Masthead of T-Bone Slim's long time home, the Industrial Worker
It was not until word of his death was published sometime later in the Industrial Worker that his friends and fellow workers got to mourn the man best known to Wobblies a T-Bone Slim.
Huhta was born to working class Finnish immigrants about 1880 in Ashtabula, Ohio.  He married young and quickly fathered four children with his wife Rose but for what ever reason the couple split.  Rose got a divorce and her ex-husband left town.  His children never heard from him again.  He reportedly traveled the country as an itinerant worker—a Hobo.
By some accounts he was working as a reporter on the News-Telegram in Duluth, Minnesota, where many Finns settled as iron miners and smelters.  They were among the most militant of the ethnic groups on the Iron Range.  Huhta reputedly threw up his newspaper job when an article on an mass meeting of the IWW was “balled up” with misquotes.  It is unclear if He was already a Wobbly himself at the time, or if this incident was the impetus for him to join.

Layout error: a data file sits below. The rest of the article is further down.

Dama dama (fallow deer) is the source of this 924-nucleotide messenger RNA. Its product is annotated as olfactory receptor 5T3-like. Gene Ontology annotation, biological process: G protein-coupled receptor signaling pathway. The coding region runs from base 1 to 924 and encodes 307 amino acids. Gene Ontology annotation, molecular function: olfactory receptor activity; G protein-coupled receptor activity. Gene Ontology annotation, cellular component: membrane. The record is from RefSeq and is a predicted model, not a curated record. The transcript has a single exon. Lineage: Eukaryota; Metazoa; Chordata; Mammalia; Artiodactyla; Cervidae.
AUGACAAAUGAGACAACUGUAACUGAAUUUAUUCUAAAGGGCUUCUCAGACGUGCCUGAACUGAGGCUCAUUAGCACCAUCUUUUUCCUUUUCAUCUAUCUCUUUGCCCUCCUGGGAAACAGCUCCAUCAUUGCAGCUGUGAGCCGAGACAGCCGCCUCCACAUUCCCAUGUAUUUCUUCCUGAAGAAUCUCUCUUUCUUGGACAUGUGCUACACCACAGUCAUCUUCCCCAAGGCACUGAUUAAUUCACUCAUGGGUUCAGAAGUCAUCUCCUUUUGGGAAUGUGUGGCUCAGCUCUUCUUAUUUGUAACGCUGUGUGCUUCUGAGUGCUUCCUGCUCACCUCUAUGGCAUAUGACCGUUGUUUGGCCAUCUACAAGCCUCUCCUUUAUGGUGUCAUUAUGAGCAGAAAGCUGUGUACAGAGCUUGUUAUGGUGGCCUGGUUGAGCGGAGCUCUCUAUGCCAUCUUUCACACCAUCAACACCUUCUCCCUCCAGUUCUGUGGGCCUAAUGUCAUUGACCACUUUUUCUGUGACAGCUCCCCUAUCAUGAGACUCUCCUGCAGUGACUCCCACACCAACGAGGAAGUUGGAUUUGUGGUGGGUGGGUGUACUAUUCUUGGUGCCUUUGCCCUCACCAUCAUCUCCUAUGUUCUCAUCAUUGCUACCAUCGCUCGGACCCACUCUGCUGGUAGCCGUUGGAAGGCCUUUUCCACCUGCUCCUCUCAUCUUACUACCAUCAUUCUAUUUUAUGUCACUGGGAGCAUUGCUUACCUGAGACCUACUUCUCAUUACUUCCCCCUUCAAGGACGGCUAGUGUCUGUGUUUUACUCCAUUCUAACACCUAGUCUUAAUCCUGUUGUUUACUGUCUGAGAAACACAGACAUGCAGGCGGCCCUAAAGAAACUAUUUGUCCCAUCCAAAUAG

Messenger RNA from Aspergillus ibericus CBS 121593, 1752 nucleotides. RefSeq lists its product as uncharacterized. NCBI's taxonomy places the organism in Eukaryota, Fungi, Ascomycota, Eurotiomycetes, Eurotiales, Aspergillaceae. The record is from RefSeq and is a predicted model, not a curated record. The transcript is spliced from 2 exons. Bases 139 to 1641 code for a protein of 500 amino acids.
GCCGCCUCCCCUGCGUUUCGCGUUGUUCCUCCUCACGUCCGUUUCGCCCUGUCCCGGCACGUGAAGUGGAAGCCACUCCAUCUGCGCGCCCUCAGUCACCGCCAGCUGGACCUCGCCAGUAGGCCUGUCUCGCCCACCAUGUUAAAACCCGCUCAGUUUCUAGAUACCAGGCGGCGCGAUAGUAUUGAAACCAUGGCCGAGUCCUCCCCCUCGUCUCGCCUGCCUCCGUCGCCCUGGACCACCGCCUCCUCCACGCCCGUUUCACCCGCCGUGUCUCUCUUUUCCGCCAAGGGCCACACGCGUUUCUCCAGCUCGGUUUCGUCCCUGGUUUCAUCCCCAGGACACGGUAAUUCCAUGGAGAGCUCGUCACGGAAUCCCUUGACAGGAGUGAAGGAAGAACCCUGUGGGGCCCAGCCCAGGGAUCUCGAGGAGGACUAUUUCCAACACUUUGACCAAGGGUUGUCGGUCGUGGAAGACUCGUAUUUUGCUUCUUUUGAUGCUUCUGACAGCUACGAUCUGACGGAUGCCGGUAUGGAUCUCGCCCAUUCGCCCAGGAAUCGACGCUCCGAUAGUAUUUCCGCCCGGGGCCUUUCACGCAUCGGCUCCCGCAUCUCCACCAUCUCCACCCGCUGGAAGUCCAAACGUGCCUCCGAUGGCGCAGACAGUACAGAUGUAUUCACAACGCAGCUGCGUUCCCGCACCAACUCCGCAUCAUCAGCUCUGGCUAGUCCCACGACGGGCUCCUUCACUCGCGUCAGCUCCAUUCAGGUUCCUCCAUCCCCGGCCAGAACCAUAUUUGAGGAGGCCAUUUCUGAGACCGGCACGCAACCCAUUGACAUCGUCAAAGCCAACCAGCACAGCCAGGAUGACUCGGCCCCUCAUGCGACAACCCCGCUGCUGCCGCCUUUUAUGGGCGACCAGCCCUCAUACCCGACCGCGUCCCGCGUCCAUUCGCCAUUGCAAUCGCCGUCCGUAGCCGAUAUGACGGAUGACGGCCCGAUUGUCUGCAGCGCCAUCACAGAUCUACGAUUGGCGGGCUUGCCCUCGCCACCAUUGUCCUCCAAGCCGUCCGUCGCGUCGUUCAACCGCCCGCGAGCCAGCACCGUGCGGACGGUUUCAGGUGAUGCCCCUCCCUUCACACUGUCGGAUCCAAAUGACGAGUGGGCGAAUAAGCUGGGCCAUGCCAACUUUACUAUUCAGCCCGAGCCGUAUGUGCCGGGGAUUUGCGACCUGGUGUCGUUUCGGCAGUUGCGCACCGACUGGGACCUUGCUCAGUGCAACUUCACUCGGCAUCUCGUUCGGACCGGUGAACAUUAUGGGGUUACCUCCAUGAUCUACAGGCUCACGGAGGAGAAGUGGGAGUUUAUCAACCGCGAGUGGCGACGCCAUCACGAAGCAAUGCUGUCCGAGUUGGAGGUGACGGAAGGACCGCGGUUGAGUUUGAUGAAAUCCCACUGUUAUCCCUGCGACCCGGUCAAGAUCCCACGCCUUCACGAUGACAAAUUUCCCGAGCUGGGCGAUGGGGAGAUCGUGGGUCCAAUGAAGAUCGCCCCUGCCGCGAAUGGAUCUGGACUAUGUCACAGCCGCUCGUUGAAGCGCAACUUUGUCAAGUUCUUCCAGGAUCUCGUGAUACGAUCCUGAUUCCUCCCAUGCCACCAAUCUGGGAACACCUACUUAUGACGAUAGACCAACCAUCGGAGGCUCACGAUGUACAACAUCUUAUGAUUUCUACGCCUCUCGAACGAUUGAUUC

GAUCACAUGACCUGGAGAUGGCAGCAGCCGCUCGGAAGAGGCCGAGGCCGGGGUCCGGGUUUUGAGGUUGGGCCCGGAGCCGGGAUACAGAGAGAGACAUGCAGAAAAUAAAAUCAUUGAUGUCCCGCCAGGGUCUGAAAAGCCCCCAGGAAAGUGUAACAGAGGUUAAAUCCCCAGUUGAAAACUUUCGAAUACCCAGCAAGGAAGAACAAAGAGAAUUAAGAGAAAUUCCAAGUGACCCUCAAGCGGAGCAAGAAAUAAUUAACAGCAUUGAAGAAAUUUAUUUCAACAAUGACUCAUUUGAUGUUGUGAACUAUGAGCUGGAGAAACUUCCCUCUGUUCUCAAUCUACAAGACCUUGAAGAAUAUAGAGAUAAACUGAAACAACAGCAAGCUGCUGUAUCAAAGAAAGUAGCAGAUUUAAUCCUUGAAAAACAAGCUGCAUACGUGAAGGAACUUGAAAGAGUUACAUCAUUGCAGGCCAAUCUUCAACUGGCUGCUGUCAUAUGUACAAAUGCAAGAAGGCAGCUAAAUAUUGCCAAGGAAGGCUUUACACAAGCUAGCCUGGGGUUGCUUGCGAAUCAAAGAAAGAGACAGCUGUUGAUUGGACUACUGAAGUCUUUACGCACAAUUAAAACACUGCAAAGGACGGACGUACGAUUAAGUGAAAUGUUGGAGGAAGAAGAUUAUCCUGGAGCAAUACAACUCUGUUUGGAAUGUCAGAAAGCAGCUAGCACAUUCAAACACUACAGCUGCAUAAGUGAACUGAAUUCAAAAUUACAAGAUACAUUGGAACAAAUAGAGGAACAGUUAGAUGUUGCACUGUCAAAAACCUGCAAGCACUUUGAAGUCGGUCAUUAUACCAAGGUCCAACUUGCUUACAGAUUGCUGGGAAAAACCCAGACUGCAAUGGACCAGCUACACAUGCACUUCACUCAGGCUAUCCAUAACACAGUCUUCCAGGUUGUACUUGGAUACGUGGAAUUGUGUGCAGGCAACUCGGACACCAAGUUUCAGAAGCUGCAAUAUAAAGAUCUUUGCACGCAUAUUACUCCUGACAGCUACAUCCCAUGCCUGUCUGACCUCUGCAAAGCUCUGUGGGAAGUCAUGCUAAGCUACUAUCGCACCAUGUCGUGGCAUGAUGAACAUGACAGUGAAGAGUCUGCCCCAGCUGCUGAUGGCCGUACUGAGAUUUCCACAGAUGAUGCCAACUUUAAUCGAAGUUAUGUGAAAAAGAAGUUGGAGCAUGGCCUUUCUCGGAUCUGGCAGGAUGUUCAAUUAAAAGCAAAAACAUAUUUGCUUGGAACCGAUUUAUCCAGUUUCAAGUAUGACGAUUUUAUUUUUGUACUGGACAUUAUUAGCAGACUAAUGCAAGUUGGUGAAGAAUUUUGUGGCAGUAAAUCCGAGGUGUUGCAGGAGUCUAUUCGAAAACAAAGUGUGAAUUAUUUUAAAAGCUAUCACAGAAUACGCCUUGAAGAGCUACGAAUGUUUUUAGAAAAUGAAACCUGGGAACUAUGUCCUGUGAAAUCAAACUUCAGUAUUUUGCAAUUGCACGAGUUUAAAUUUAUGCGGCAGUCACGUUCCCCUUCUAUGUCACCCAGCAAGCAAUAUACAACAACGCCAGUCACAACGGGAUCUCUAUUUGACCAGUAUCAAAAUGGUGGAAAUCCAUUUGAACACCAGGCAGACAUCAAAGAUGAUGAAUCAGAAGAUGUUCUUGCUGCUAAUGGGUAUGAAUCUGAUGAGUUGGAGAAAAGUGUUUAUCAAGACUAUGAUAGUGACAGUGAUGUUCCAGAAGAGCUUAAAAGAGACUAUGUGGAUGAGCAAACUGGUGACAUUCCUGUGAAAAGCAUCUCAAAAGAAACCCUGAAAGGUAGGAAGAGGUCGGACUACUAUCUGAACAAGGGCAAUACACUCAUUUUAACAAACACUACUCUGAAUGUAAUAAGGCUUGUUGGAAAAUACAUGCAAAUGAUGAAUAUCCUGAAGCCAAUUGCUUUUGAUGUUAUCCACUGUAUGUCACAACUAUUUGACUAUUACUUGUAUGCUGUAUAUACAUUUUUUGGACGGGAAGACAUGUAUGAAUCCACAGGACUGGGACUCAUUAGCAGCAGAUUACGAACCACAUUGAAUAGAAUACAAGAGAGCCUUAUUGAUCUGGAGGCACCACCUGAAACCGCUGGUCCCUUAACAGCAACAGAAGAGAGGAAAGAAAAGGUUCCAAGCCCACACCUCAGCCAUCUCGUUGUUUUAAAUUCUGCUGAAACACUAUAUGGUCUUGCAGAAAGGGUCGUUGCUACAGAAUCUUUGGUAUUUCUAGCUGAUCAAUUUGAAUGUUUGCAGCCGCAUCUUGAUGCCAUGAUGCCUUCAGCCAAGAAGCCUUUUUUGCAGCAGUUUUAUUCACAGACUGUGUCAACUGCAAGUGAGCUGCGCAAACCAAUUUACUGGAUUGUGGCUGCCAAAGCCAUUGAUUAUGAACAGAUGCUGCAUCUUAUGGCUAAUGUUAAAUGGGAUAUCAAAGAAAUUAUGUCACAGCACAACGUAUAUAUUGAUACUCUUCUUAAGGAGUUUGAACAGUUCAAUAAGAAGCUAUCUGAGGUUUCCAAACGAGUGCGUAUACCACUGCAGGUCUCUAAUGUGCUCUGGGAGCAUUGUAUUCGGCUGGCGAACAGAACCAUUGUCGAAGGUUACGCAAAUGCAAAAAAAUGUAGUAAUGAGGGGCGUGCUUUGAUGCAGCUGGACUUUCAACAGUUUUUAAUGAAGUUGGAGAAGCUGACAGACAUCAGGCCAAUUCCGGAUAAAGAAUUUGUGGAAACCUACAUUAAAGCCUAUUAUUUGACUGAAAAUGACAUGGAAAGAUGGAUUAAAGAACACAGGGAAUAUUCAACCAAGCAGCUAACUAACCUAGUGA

His first contribution to Songs to Fan the Flames of Discontent, the famous Little Red Song Book, came in the 17th edition published in 1920.  The song lyric The Popular Wobbly was signed at T-Bone Slim, a moniker he would continue to use for almost all of his printed work. 

The Little Red Song Book

By 1921 T-Bone Slim was a regular writer, cartoonist, and eventually a columnist for, the IWW paper Industrial Solidarity and its successor the Industrial Worker for the rest of his life.  He also contributed to the monthly magazine Industrial Pioneer and to the IWW Finnish language paper Industrialisti.  He specialized in poems and ditties, folksy but pointed yarns, and irreverent satire.